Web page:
Padova University
Padova University
Astronomy Department
Physics & Astronomy Dep.
Asiago Observatory
Padova Observatory
Padova Observatory

Exoplanets & Stellar Populations Group

vicolo Osservatorio 3, 35122 Padova - Italy tel. +39.049.827.8211     fax. +39.049.827.8212

TASTE project

Nascimbeni et al. 2011, A&A 527, 85

A promising method to detect Earth-sized exoplanets is the so-called Transit Time Variation analysis (TTV). By monitoring a known transiting planet with high-precision photometry, the central instant T0 of each individual transit can be estimated. The gravitational perturbation of a previously unknown third body, which is not necessarily transiting, can cause a significant variation of the orbital period P (Holman & Murray 2005, Science 307, 1288). The effect is dependent on the mass of the third body, and is greatly increased if the perturber is locked in a low-order mean-motion resonance with the transiting planet (Agol et al. 2005, MNRAS 359, 567), resulting in typical amplitudes of 10-100 s or even more. The TTV technique has been exploited and already gave amazing results on a large number of planetary systems discovered by the Kepler mission, the most representative being Kepler-11 (Lissauer et al. 2011, Nature, 470, 53). The presence of an exomoon, which makes the planet oscillate around the planet-satellite barycenter along its path, may also cause a periodic TDV (Transit Duration Variation; Kipping 2009a, MNRAS, 392, 181) as well as a TTV, which can reach an amplitude of 10-15 s in the case of 1 M_Earth Hill-stable exomoon around a Neptunian transiting planet.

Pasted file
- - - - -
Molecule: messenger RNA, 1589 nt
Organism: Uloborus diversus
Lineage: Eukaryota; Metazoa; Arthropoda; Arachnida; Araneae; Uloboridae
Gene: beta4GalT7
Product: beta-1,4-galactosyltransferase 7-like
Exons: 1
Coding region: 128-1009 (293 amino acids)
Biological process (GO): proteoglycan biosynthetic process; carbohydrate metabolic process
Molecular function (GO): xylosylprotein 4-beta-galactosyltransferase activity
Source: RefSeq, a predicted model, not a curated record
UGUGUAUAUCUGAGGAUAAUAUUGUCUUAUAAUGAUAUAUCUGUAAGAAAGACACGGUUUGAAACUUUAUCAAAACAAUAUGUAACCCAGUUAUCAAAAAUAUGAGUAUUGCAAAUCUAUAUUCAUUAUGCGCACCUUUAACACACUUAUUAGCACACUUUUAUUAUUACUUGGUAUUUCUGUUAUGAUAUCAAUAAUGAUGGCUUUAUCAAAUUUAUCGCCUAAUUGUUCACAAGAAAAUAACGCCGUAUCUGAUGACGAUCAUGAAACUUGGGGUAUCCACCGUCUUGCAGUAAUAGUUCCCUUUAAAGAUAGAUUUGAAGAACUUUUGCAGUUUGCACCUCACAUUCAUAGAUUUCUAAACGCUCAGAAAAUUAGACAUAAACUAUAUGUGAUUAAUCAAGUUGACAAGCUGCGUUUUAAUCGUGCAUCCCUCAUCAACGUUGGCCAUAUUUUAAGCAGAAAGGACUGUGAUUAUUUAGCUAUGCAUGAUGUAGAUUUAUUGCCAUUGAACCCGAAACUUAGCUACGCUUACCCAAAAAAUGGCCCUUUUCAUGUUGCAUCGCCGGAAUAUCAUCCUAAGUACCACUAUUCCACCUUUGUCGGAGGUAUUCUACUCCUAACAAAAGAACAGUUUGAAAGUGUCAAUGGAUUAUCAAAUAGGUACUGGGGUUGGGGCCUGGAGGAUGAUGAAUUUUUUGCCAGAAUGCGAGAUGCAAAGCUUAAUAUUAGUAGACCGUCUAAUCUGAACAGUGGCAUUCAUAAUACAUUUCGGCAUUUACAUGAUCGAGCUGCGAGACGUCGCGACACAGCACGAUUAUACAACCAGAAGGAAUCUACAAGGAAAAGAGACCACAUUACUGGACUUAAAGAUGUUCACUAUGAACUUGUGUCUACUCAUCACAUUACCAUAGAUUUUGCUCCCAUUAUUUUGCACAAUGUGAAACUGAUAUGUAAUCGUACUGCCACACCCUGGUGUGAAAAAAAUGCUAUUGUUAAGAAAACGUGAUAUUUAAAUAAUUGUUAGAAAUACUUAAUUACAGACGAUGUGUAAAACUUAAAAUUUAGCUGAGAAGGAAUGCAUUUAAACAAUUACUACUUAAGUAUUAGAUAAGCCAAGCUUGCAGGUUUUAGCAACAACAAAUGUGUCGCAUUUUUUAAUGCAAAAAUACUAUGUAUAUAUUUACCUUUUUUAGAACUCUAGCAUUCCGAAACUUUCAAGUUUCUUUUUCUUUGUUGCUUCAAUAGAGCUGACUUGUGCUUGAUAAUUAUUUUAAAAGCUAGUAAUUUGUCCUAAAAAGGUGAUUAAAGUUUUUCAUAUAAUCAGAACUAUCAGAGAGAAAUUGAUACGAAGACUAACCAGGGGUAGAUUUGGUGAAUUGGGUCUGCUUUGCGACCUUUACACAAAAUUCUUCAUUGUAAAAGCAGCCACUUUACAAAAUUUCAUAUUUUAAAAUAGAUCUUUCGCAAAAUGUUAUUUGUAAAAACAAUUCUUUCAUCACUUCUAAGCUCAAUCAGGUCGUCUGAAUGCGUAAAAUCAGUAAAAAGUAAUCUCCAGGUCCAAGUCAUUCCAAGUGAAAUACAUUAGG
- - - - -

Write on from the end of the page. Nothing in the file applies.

The Asiago Search for Transit timing variation of Exoplanets (TASTE) is a project started by our group in 2009 to search for TTVs and TDVs with several ground-based, medium-class facilities on a sample of carefully selected targets (Nascimbeni et al. 2011, A&A 527, 85). The involved instruments includes the Copernico (182cm) and Schmidt telescopes at the Asiago Astrophysical Observatory (operated by INAF - Istituto Nazionale di Astrofisica), TCS, IAC-80, STELLA-I at the Teide Observatory, and larger telescopes such as NOT and TNG at the Roque de Los Muchachos Observatory (Canary Islands). We chose to optimize every task from the observation/calibration setup to the data extraction with a fully home-made software pipeline. An important added value of our project is the opportunity to perform a long-term photometric follow-up of our targets, leading to an extremely precise characterization of those systems.
For more information about the project and our papers, please contact Valerio Nascimbeni or Valentina Granata.

Related papers to TASTE project:
Click on the button to access TASTE database (restricted access only to ESPG Members):

Below you can find the list of known extrasolar planets observed within TASTE project. Click on the exoplanet name to access to the relative light curve.

HAT-P-3b Copernico 182cm Nascimbeni et al. (2011a)
HAT-P-13b Copernico 182cm Nascimbeni et al. (2011b)
HAT-P-14b Copernico 182cm Nascimbeni et al. (2011a)
HAT-P-20b Copernico 182cm Granata et al. (2014)
WASP-1b Copernico 182cm Granata et al. (2014)
WASP-3b Copernico 1.82m,
IAC 0.80m,
UDEM 0.36m
Nascimbeni et al. (2013)